are some folk who'll laugh at=20 you. Avoid if you dislike standing out a *long* way from crowds.

    If those downsides aren't a problem, might as well do your cycling in=20 more comfort rather than
    less, and that means look at recumbents.

    Final note is that even if you don't choose recumbent, "road bikes" are=20 not limited to UCI-style
    racers. Things like the hotter Moultons,=20 Airnimals and Bike Fridays will be just as quick but do
    things like come =

    apart for transport and stowage, maybe have roadgoing suspension to=20 improve comfort and
    efficiency over poor surfaces and so on. Again the=20 case that stepping outside the usual box puts
    the base price up to=20 around a grand though.

    Pete. --=20 Peter Clinch University of Dundee Tel 44 1382 660111 ext. 33637 Medical Physics,
    Ninewells Hospital Fax 44 1382 640177 Dundee DD1 9SY Scotland UK net [email protected]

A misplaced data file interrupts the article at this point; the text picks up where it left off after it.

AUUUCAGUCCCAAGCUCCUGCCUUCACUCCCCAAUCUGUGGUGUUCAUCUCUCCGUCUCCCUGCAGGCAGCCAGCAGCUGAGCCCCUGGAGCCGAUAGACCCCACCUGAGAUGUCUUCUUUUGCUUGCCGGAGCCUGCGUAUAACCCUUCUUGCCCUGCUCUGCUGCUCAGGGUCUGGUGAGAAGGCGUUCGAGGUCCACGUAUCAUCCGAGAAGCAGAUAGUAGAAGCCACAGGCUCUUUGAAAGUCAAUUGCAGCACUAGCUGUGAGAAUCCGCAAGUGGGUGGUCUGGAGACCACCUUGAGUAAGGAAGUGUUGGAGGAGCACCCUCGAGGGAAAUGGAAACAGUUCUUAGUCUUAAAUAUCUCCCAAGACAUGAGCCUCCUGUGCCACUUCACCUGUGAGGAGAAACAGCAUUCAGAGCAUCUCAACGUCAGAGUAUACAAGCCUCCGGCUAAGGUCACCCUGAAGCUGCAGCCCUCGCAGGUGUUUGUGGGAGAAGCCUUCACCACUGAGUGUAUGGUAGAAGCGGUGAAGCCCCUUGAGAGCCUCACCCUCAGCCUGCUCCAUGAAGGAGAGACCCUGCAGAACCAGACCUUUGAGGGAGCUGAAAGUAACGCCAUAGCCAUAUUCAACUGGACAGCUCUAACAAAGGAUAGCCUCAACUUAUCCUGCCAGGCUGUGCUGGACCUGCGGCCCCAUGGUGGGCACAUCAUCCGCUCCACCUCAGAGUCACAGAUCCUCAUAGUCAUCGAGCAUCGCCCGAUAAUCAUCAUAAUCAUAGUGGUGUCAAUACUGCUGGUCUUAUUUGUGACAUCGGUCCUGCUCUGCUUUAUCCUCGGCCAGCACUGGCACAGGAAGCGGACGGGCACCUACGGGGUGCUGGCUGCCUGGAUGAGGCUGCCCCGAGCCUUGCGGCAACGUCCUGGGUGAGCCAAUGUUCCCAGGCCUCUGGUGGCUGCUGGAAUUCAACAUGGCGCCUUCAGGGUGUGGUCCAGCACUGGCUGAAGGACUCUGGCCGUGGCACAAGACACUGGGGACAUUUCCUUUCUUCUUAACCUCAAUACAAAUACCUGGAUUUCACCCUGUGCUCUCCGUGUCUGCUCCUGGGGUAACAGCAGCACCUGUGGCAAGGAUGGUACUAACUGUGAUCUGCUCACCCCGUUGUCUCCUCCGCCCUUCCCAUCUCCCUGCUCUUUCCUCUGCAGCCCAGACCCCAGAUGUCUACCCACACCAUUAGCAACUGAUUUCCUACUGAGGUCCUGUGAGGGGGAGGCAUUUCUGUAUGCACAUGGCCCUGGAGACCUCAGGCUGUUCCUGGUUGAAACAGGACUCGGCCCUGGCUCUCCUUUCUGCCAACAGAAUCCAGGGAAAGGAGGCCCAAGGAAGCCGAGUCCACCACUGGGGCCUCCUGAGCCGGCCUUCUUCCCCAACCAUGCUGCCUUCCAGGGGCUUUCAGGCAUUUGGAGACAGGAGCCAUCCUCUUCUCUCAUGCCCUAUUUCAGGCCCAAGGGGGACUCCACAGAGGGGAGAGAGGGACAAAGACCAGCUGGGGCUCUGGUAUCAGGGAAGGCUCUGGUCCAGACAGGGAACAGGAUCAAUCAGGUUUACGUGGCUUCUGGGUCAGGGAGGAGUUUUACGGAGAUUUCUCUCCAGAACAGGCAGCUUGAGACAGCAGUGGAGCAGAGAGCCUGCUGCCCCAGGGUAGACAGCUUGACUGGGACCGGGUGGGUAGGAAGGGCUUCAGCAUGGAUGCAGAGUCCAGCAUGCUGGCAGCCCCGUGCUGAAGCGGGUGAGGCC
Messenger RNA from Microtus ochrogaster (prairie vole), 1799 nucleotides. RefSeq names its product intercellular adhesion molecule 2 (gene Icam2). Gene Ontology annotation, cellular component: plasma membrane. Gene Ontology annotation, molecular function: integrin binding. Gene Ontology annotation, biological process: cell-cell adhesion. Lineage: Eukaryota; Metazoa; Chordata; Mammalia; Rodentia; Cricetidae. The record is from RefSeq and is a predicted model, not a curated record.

http://www.dundee.ac.uk/~pjclinch/
     
  13. > Is it dangerous on the roads nowadays?

    Well it's safer than walking, measured in deaths per mile, but I seem to recall that once you do
    more than 1000 miles per year, the accident rate per year doesn't get any bigger, no matter how many
    miles you do.

    Experience is the best teacher, but her fees are expensive, as the saying goes, so it's best to
    learn from other people's bad experience, not your own. Not everything that you should do is
    intuitively obvious, and there is a lot of bad advice floating around.

    The definitive book to read is John Franklin, "Cyclecraft", the Stationary Office.

    beware of bike facilities. Those most enthusiastic about them tend to be those who have most